But unfortunately, most people miss on this by a wide margin. Let’s get it, your prospects are tired of boring proposals that just talk about facts. They are looking for more.

That’s why I have in store for you a brand new course called “The Art of Proposal Writing”. This one of it’s kind course teaches you the nitty gritty of writing great proposals. It shows you a system, a framework to craft impressive proposals. It helps you apply the the power of “information glues” to captivate your prospect.

Imagine what it would be like if your proposal acceptance rate doubles. What will happen to your business if you could leave a solid impression in front of each one of your prospects, through your proposal? How will you leverage a proposal to initiate great client relationship?

The course is coming up soon and you can enter the free waiting list by clicking here.

P.S. Those who enter waiting list will receive interesting freebies in the mean time. Those freebies alone are worth your time and attention. Morever, it isn’t necessary to join the course if you enter the waiting list. You have that option open. Of course you will get top priority when it opens.

Join the proposal writing course waiting list

Evernote GTD Alternative: Things App

thingsAlmost everyone who begins GTD journey bumps across Evernote and start using it to store To-Do’s. I did the same too. After a brief stint with Evernote GTD, I realized that it was not meant for GTD. Though, some people (productivity experts) make it work, but I did not had the time or inclination to become an Evernote pro. Mainly because Evernote tends to get too cluttered and out of control if you do not spend time organizing it.

evernoteIn fact, I ended up wasting a lot of time setting up filters, notes and notebooks, almost trying to hack my way to GTD. Eventually I gave up. Like most (ordinary) people, I dumped Evernote but ended up using it for another reason (more on this later).

Since then, my quest to find a good To-Do app began. I tried Wunderlist, Omnifocus, Notational Velocity, Doit.im, Simple Note and many other apps (over two dozen apps in total).  At one point I got so frustrated that I wanted to go back to the good old paper.

 Until one day, I found -“Things for Mac“. I did not like it at the first glance (because it isn’t fancy at all) but after using it, I realized Things App was a bliss in the crowded world of GTD apps.

In just three days, with negligible cognitive effort – I went from beginner to a pro in using ‘Things’. After using it some more, I saw that devil was in details. And in those minute details Things App shines. Here are  some great aspects of Things App that makes it a poster boy from all productivity apps I have tried so far:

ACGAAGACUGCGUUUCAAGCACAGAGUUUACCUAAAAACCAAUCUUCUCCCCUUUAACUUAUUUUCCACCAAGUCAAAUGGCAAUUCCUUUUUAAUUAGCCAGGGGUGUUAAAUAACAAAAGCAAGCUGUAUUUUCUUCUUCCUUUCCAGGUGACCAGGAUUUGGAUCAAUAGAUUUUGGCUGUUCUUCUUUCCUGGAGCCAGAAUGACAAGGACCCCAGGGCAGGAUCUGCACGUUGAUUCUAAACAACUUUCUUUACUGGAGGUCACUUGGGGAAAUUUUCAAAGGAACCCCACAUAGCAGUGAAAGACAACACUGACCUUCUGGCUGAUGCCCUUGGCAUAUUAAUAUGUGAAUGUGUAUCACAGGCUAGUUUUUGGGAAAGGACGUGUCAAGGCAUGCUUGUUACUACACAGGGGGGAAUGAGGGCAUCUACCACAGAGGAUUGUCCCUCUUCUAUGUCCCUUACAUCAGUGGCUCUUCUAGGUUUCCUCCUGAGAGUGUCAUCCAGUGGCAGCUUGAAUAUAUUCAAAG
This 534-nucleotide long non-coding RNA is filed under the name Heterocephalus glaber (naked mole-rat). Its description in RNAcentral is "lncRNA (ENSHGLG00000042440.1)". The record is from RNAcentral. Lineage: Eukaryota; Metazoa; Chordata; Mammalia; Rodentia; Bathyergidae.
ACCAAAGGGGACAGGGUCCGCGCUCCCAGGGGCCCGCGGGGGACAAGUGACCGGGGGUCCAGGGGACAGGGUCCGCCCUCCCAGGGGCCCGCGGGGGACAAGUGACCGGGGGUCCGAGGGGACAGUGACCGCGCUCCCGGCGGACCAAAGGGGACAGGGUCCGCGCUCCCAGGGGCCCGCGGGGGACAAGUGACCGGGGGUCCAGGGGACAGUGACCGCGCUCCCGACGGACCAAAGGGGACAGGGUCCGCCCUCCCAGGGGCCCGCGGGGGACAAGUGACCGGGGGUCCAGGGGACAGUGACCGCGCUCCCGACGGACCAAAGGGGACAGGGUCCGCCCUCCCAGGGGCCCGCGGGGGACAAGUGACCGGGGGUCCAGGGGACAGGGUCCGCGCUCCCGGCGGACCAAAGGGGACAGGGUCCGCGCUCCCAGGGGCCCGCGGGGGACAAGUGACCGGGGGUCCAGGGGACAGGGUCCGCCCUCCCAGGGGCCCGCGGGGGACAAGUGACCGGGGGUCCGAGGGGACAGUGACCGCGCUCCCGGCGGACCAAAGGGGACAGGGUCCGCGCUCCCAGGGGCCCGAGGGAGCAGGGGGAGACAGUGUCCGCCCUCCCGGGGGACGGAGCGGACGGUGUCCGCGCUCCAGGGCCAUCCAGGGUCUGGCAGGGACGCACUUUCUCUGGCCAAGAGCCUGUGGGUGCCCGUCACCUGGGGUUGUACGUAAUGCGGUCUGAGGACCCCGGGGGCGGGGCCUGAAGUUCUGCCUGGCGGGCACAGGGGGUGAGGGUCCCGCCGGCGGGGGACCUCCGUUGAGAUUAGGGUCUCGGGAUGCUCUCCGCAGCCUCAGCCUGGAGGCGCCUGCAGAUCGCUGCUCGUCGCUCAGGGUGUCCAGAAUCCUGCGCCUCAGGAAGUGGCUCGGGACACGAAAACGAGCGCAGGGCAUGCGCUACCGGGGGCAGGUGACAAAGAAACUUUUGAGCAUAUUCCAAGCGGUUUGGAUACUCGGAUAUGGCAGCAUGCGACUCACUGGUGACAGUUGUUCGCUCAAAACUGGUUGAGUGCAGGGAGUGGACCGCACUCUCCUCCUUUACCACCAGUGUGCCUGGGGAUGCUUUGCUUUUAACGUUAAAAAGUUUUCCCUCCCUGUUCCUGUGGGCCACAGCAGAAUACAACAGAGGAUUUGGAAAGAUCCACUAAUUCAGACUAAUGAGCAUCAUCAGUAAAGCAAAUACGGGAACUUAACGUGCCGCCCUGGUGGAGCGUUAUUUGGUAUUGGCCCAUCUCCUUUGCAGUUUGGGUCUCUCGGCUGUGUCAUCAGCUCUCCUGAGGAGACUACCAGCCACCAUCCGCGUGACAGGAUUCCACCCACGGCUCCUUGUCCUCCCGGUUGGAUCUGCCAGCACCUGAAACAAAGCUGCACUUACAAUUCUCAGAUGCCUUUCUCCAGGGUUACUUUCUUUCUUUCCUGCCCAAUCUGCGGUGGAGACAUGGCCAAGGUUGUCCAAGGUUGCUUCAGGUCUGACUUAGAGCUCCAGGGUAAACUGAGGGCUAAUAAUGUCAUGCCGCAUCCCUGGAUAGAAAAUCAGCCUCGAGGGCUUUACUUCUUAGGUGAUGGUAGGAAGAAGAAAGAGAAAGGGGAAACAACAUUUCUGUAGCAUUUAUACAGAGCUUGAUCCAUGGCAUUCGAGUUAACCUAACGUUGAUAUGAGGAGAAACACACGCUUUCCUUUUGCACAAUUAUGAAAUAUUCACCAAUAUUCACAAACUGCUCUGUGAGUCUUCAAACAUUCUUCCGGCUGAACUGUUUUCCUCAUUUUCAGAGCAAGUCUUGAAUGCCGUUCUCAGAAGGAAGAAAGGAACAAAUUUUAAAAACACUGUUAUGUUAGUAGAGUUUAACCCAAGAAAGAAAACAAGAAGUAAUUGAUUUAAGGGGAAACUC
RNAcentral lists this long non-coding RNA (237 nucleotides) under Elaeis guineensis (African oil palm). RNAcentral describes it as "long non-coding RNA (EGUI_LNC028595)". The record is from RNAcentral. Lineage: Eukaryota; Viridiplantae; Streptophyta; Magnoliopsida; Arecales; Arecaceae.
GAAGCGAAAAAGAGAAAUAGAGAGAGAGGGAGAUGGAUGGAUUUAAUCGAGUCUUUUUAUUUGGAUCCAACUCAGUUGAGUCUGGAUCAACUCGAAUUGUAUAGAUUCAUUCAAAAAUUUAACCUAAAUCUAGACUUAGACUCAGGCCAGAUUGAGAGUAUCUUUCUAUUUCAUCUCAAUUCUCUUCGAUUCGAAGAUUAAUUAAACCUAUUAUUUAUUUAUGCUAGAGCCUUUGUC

1. Lightweight interface

inboxA fundamental criteria I look for in a To-Do app is – light, easy and fast. ‘Things’ scores high on all of these parameters. It’s easy on users and machine alike. It’s an extremely lightweight native app, with low memory and cpu footprints.

2. Easy To-Do’s

Things app is purposefully built “less techy” with a little raw feel. And I totally love it. It has a very mild character , making you feel in control of the app, instead of app controlling you.  Pressing ‘Ctrl+Space’ gives you a new To-Do instantly no matter what software you are using. Dumping everything out of my mind can’t get easier. Moreover, I could drag and drop a To-Do item to an Area of responsibility, Project or a Person – no more typing of information in the ‘fields’. Things deliberately tries not  make productivity a ‘Task’ in itself.

3. Intuitive decision-making

The biggest reason why we need a prointuitiveductivity app is because it can show us a clear picture of what we need to do and allows us to take informed decisions. Things provides a quick visibility over all my projects and corresponding actions – in one single view. You can press CMD+T to  prioritize a To-Do for ‘Today’. If you press CMD+T again, the same To-Do shifts back to ‘Next’. Pressing on CMD+Y shifts a To-Do to ‘Someday’. All these things happens very swiftly. The App does not dominate you at all.

4. Day-specific alerts without behaving like a calendar

reminder

Most productivity apps try to become everything – right from calendar to storage. Things has marked a great boundary between what it is and what it isn’t. Even though it stores day specific events, recurring events and also shows reminders, it does not try to become a calendar. Guys at Things are smart and know that there are really good tools for storage and calendar. Moreover, color coding of day specific To-Do’s is extremely thoughtful and intelligent. Yellow for tasks due today and red for overdue tasks. No clutter with colors.

5. It’s on cloud, iPhone and iPad

cloudThings comes with free cloud connectivity so that your tasks are synced up on all devices. iPhone and iPad apps are equally intuitive. Just what you would need to organize your actions on the go, no fluff.

Having shared so many good qualities of Things, it does have its own limitations. For instance, when I recommended Things app to a client and they wanted Tasks to be shared across the team and Things fell short. Here are a few areas where Things leaves something to be desired:

1. Lack of task collaboration

In today’s collaborative world, assigning a To-Do to someone is unquestionable. Things does not allow To-Do’s to be shared right on its interface. You need to send them via email and there is no track of it on your To-Do list.

2. Cost

Things is pricey than most productivity apps in its category. Majority of To-Do apps have free a basic version, while Things comes with free trial and a decent price tag. It’s not a freemium product. However, the price is justified once you start using it.

3. No Goals

This is a nice to have feature and not a real  limitation. Having Projects/To-Do’s assigned to goals can make Things much more complete. Just the way Things has ‘Projects’, it would be nice if it can allow users to add goals. This is because I always like to know how I am progressing in my key goals.